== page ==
Category Archives: Book Reviews

The Kingdom of God and Primitive Christianity: A Book Review

This was an interesting book – to say the least. There was some great information in the first half where Albert Schweitzer focused on the Old Testament prophets. When he started focusing on the New Testament and Primitive Christianity (read early first century), he started getting off on a the whole critical search for a historical Jesus deal. The deal being that the Jesus of the Gospels is not the “real” Jesus, but a mixture of “real” information and “added” information. Schweitzer really liked Mark and Matthew – as they are the two oldest Gospel accounts – and, as such, focused his writings around those two books.


It’s a good read – however, I wouldn’t recommend it to just anyone. As I mentioned above, Schweitzer gets pretty critical when dealing with the New Testament – especial the Gospels. The problem being that you really can’t throw out parts of the Bible as “false” just because you don’t like it or think that it’s not true. The Gospels, for the most part, when eye witness accounts. The writers wrote what they saw – who are we, two thousand years later, to say that they did not see what they said they saw?

Schweitzer falls prey to the modern logical mind of discounting anything supernatural… we must remember that God is not to be contained within our little box. He is much bigger – and we will never, ever fully understand Him on this side of the mirror. One day perhaps, but for now, we must learn to live with the mystery. [@more@]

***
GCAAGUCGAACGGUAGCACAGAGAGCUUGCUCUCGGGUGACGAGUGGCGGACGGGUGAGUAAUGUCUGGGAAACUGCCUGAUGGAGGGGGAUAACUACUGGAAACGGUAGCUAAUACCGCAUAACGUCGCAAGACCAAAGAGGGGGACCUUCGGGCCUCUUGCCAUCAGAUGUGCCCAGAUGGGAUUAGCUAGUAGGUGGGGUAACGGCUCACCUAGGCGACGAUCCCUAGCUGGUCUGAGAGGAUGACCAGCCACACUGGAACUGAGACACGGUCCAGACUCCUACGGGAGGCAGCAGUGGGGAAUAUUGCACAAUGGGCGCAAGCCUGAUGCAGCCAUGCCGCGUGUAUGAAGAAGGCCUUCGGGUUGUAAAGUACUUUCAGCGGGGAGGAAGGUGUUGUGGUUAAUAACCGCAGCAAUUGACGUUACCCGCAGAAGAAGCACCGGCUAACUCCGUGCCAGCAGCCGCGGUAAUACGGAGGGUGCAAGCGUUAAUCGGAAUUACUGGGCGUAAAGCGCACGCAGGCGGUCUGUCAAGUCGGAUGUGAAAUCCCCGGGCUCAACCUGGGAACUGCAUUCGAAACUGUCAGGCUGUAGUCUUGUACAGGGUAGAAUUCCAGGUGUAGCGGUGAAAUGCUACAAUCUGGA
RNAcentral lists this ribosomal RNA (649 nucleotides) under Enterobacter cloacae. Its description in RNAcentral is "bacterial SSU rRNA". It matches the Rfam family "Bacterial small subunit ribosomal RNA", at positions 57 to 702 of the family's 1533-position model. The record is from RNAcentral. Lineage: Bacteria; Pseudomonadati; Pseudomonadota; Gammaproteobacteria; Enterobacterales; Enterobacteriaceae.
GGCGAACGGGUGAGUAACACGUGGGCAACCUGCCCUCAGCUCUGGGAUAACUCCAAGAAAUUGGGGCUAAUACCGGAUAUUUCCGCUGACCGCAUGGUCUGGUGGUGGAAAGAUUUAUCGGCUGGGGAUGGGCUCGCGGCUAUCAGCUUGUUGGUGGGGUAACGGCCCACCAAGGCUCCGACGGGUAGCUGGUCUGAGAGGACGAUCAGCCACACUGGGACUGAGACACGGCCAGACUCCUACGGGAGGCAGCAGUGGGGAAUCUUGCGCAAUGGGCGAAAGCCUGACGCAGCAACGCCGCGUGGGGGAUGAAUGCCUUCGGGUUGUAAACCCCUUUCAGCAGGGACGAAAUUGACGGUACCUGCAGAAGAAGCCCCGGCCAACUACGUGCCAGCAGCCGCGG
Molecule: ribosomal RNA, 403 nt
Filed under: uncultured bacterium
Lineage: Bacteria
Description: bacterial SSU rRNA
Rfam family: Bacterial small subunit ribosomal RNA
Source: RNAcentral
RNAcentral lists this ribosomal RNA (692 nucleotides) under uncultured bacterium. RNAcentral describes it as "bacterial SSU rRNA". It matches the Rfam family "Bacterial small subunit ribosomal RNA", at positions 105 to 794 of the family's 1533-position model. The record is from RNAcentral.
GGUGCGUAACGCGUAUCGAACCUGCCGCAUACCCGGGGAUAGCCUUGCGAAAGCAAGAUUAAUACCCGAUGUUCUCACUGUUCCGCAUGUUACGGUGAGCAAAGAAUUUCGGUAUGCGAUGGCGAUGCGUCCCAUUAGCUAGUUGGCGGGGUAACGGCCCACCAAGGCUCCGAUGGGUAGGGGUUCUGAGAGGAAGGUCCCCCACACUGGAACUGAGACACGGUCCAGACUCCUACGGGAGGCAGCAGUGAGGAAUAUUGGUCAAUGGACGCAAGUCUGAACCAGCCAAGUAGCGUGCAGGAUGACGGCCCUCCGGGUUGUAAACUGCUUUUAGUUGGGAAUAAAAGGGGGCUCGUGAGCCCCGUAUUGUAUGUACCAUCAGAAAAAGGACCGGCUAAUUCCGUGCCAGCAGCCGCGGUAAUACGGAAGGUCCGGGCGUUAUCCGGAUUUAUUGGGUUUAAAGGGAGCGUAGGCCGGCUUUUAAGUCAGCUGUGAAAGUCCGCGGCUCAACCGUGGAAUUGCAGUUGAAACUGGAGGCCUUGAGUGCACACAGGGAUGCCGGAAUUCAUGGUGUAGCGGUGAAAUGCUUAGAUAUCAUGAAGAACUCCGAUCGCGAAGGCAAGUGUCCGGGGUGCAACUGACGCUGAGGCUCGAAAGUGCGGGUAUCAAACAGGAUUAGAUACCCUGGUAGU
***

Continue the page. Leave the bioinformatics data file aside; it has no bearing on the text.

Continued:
Schweitzer does a great job at explaining the Kingdom of God in the Old Testament – especial in the pre-exilic prophets (Amos, Isaiah and Jeremiah). As the book progresses through the prophets, Schweitzer brings in some of the beliefs and thoughts of the Iranian Religion around 650 to 600 BC. The main focus being on Zarathustra and on how his views on the Kingdom of God influenced the Jewish people.

At first, I was quite put off on the fact that Schweitzer was suggesting that Biblical prophets where influenced by non-Biblical religions and leaders. Then I stopped myself – is God limited to only what is recorded in the Bible? No. He is bigger then the Bible – most likely He was working in and through Zarathustra to show the world His glory.